From the beginning, the adjustment to my Japanese life has been smooth. Now I'm completely used to hearing and seeing Japanese everywhere. I've grown accustomed to driving on the left side of the road. And I don't have problems with the food (for the most part, anyway).
But there's one thing I just can NOT get used to.
I don't think they can even be called toilets, really. "Hole in the floor" is a more appropriate name. When you think about the word "toilet," I imagine that the image of a porcelain chair comes to mind. This is what I've always thought a toilet to be.
But now I know that not all toilets are created equal. The image that you have is actually a Western-style toilet. Now let me show you an actual image of a Japanese-style toilet:
I despise this hole that I must squat over. As a female, I feel that it's downright unnatural for me to aim when I'm doing my business.
Unfortunately, there are no Western-style toilets at the office, and three of the four middle schools where I teach don't have one either. So unless I absolutely, desperately have to use the bathroom, I will hold it until I get to my apartment for lunch break.
If I've been holding it back, it's such a beautiful sight to see my Western-style toilet when I run through my front door, I almost burst. (and not just with joy!)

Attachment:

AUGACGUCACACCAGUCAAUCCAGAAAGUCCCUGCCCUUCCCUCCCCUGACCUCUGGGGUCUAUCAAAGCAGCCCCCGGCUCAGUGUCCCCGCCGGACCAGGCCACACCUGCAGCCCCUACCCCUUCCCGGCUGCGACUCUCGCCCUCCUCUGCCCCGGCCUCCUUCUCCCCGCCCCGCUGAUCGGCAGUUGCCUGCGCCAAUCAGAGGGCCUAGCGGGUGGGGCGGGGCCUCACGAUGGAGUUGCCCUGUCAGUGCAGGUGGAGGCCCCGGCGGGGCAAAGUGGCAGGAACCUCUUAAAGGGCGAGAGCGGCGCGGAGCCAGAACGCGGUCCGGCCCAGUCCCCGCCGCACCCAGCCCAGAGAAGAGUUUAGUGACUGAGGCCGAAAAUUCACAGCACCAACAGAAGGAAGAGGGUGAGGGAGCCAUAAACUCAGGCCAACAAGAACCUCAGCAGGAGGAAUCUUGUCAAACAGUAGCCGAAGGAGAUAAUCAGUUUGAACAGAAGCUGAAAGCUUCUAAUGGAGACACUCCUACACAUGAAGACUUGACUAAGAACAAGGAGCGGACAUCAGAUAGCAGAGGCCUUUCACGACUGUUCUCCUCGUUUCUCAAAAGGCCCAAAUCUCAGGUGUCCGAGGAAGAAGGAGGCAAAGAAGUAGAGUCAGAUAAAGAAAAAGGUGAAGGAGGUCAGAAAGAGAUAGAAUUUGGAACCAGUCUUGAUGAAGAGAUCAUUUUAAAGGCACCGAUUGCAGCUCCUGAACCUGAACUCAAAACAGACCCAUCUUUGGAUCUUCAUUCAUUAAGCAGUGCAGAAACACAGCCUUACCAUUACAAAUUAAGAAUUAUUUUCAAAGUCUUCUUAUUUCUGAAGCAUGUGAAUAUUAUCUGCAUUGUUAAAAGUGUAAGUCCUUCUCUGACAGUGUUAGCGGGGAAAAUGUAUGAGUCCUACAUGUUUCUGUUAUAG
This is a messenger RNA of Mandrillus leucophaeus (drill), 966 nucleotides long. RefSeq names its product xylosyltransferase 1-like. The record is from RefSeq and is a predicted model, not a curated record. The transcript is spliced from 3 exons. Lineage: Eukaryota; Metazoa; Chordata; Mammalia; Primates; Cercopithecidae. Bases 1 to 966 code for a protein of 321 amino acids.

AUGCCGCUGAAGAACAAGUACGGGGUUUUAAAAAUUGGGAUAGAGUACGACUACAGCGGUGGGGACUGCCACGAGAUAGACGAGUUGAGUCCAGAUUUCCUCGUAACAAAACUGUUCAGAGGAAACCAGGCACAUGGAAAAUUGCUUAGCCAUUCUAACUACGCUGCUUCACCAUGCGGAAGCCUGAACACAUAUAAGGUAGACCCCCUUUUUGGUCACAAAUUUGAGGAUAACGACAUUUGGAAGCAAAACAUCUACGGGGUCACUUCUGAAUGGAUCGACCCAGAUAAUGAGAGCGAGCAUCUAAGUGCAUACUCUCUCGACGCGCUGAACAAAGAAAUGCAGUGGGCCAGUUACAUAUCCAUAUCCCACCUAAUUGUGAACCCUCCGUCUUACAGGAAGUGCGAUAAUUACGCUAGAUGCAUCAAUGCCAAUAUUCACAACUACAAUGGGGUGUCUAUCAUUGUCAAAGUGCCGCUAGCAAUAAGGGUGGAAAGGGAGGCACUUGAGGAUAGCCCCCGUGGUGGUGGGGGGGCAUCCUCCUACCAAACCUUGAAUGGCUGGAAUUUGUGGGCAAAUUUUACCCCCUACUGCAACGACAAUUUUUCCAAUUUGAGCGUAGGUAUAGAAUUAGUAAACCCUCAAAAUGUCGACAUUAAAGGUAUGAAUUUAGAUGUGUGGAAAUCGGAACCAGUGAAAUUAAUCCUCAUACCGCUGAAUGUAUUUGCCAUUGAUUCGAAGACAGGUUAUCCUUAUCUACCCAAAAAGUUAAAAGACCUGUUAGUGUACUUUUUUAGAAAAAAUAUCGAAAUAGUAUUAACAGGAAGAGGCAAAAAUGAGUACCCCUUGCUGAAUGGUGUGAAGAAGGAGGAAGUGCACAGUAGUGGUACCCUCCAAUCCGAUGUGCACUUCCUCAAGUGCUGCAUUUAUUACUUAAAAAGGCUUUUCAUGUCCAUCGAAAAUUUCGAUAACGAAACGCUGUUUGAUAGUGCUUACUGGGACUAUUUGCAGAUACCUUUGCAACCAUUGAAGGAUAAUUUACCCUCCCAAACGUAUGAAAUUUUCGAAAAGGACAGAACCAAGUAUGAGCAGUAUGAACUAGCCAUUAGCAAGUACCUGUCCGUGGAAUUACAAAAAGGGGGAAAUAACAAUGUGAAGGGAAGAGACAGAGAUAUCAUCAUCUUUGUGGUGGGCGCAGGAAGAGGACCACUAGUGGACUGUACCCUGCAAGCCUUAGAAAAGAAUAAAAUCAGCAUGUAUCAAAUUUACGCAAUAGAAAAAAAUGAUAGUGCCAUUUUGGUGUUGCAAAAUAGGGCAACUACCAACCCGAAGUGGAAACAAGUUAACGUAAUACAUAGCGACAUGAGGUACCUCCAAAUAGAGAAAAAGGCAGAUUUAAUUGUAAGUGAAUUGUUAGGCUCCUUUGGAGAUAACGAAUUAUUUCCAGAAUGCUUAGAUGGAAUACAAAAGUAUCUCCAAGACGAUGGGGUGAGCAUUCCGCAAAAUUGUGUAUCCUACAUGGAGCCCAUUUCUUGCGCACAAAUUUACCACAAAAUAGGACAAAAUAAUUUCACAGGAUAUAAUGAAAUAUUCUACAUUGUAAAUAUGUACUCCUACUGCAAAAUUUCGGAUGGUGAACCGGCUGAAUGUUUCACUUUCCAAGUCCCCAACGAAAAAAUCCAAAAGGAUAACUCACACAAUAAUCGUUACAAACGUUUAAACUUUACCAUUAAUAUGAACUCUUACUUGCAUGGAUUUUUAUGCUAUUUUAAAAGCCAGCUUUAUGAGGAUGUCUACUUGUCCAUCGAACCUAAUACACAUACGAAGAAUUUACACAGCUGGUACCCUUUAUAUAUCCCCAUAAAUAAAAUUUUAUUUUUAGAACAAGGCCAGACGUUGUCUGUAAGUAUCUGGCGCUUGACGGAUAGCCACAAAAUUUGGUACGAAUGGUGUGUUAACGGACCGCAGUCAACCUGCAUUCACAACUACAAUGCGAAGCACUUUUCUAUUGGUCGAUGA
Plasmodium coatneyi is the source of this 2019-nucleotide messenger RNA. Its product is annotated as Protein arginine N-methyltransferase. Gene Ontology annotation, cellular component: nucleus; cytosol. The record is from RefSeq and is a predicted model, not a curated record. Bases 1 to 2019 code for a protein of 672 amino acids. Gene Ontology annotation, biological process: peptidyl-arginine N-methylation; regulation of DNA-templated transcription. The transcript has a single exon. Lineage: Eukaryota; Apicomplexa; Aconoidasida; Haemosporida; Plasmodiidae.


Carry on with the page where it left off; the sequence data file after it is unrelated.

Believe it or not, my apartment toilet even has a seat heater! So it's a special kind of special. I will probably be using that a lot in the winter. Who knows, I might just live in the bathroom and write blog posts from the nice warm seat of my toilet. Ha!
There it is. The toilet in my apartment. What a beauty!
So living in Kuji has made me realize that I've taken Western-style toilets for granted my whole life. I have a new appreciation for flushable toilets with seats. So much of a new appreciation that I decided to do a little research on the subject, to see who I owe my graditute for coming up with the idea of a chair-like toilet.
I discovered that John Harrington is the inventor of the first flushable toilet. I know because I just looked this up in the office, careful not to let anyone see the pictures of toilets that came up on my computer! After all, that might make me flush...err, I mean blush!
To be fair, there are actually several other men involved in the history of the toilet who must share the credit for what a Western-style toilet is today. As an article from Plumbing and Mechanical (my favorite magazine, haha) says, "By the turn of the century, water closet innovations were occurring on a nearly daily basis." Fascinating.
You know, since I've occasionally had no other option but to stoop to the hole toilets (literally) for the past two months, I've been meaning to write about this subject for a while now.
But I've been holding it back. Only appropriate, huh?